11 Traits Aliens Must Have According To Science

If you believe what Hollywood tells us about alien life forms you’ll probably assume they’d be giant, slimy and really, really anti-human. As scientists don’t make a lot of movies, and movie producers aren’t typically awesome at science, this isn’t a very accurate portrayal of the interstellar life that’s at all likely to ever reach Earth.

Don’t get me wrong, it probably still won’t go well for us, but the faces of the creatures that would change our world forever will look very different to how we’ve imagined them. To set the record straight, great minds like Stephen Hawking and his contemporaries have given their opinions on what traits an alien race would have to possess in order to make it across the galaxy and pay a visit to the human homeworld.

Aggressiveness

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What separates humans from other species on the planet in terms of evolution comes down to a simple principle: aggression. For any species to thrive within a given habitat it has to confront adversity and overcome it. These struggles drive evolutionary adaptation. The dominant life form on a planet (which aliens would almost certainly have to be) must have been able to master their environment.

A paper published by the University of Missouri suggests this means they would be aggressive—they would populate and conquer their surroundings in order to progress. If they are more intelligent than we are, they will likely see us as a resource, the way we view farm animals and their habitats. space science space travel science technology space science space travel science technology

Explorers

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Any life form that reaches Earth will, by definition, be an explorer. Looking to our own culture for clues, we immediately see how unexplored territories are targeted for their resources. We wonder what lands might possess that can help further our causes. Look at Columbus and the Americas, Marco Polo and the East Indies, the Vikings and most of Europe.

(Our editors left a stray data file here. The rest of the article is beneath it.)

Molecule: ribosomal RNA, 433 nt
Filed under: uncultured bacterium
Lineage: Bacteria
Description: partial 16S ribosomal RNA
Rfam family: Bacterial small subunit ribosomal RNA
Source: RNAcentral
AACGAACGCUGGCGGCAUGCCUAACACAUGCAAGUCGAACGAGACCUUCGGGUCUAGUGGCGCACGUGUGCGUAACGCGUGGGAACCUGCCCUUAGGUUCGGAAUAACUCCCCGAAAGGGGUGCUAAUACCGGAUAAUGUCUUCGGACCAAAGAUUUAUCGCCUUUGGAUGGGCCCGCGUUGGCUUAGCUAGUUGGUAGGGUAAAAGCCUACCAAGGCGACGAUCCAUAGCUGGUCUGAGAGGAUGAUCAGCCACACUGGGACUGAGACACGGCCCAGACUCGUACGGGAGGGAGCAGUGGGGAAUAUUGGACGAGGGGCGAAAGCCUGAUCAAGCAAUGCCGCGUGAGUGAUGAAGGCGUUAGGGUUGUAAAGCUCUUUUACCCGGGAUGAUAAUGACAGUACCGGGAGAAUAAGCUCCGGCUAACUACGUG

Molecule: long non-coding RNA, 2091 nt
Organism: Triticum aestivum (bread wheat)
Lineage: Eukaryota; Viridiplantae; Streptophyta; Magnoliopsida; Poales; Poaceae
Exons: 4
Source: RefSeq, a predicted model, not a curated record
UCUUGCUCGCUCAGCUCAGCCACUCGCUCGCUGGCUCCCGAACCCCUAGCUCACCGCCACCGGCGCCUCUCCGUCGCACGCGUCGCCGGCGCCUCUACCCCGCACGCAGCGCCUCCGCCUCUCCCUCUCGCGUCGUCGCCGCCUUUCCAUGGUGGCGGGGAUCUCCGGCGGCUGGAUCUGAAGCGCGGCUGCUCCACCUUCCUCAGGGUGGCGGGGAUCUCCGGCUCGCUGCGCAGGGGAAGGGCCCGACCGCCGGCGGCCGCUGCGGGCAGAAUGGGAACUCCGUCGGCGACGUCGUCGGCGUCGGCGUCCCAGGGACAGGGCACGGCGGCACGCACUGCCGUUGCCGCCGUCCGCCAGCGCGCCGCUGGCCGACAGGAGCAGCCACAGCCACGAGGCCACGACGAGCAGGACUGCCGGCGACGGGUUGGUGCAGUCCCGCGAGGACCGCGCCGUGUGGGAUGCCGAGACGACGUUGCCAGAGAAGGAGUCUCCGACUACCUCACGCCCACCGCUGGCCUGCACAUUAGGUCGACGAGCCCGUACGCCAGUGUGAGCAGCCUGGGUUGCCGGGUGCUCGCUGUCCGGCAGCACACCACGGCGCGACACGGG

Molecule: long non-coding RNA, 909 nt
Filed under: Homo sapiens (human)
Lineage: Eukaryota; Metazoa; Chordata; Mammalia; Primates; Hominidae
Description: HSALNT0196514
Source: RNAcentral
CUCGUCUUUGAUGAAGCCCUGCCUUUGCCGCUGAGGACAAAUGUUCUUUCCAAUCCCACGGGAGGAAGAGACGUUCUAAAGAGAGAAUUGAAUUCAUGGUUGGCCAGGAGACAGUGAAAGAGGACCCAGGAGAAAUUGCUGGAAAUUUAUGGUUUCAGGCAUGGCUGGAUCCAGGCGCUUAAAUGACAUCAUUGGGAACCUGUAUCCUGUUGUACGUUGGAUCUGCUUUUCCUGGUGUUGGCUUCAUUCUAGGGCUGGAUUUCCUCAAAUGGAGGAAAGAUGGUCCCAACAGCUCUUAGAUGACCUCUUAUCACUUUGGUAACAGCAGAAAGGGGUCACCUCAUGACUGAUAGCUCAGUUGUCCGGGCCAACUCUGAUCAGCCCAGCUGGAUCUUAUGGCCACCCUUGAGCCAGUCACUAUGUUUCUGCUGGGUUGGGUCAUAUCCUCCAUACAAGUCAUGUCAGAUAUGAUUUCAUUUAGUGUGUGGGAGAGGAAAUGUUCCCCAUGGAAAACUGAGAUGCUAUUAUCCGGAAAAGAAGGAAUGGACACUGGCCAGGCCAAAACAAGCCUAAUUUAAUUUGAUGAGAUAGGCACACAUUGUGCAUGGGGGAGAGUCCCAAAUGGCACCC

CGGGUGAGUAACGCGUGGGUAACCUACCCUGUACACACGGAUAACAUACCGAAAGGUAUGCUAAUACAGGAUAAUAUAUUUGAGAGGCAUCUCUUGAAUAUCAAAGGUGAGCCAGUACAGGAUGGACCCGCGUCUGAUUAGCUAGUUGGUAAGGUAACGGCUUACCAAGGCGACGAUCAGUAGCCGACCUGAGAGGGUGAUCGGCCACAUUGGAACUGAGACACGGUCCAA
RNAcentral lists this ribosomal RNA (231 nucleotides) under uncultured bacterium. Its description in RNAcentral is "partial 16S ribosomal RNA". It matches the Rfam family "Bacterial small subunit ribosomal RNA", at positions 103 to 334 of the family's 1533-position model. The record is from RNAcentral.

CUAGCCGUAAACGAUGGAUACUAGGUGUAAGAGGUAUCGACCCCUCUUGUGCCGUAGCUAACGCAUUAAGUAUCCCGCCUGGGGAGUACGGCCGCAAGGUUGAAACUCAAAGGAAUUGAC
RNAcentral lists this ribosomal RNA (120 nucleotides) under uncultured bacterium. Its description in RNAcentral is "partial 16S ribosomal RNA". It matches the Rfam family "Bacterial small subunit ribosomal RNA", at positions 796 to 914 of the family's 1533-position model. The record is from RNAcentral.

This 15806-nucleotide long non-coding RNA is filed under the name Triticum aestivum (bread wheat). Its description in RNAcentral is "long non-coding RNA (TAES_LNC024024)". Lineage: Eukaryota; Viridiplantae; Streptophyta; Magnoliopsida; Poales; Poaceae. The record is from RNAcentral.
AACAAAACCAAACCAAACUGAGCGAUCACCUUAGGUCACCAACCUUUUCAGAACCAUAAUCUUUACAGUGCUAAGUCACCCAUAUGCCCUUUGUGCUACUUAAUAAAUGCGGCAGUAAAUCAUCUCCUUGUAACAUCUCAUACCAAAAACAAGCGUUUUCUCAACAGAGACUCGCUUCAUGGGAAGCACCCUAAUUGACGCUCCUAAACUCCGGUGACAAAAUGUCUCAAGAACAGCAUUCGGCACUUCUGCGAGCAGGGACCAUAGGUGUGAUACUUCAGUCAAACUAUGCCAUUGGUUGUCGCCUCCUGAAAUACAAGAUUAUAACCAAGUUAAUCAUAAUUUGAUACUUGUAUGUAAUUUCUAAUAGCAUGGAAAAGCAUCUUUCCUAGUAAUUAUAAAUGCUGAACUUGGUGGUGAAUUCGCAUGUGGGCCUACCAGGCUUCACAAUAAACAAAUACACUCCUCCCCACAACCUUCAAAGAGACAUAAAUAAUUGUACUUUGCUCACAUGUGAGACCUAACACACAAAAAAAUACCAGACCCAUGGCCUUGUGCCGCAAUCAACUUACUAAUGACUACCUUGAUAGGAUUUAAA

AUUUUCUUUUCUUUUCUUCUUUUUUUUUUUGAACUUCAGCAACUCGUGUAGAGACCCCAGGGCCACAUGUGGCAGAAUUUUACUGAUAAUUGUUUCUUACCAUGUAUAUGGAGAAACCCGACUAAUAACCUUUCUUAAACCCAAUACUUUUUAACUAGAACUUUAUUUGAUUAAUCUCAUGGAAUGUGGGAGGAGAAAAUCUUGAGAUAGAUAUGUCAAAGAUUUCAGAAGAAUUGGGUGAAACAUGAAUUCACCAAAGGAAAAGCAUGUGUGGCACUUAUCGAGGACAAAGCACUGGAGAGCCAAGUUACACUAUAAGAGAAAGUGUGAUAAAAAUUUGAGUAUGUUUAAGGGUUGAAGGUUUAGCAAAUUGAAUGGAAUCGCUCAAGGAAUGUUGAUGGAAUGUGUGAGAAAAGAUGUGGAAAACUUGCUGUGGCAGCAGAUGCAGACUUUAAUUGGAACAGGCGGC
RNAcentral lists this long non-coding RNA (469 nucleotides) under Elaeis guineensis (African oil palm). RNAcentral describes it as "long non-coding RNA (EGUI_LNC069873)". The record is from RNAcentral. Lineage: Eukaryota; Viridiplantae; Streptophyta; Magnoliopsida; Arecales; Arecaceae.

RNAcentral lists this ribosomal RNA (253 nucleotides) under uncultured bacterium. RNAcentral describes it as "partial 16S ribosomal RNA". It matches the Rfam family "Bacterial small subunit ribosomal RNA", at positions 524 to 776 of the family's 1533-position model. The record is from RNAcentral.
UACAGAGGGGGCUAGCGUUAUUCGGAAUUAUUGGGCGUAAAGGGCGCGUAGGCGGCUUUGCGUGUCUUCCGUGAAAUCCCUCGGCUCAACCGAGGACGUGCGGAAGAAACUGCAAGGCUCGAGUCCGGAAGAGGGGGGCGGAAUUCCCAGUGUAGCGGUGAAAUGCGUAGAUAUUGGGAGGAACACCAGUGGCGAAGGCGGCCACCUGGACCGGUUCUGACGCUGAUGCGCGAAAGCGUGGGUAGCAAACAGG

According to Stephen Hawking, aliens are likely to seek out other planets in order to colonize them or mine them for resources. Aliens may not come to destroy our planet, but they will in all likelihood seek to exploit what they find to increase their race’s reach, as again this is the hallmark of a developed species. space science space travel science technology space science space travel science technology

Viral And Bacterial Immunity

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It’s a common trope in Science Fiction that aliens, having never encountered Earth bacteria before, will succumb to simple diseases which they have no immunity to. Just look at the pilgrims and conquistadors, and the havoc smallpox and typhus wreaked on unexposed native populations. But conquistadors and Aztecs were both human. According to Seth Shostak, senior engineer from SETI, bacteria are limited to the life forms they are biochemically related to.

Our germs have evolved to survive on our unique DNA. Even viruses and bacterial infections that infect one species on our planet will only rarely spread to another. Dogs don’t routinely get the ‘flu, for example. Any alien life form that invaded earth will likely be immune to earthly diseases, so don’t expect a War of the Worlds solution.

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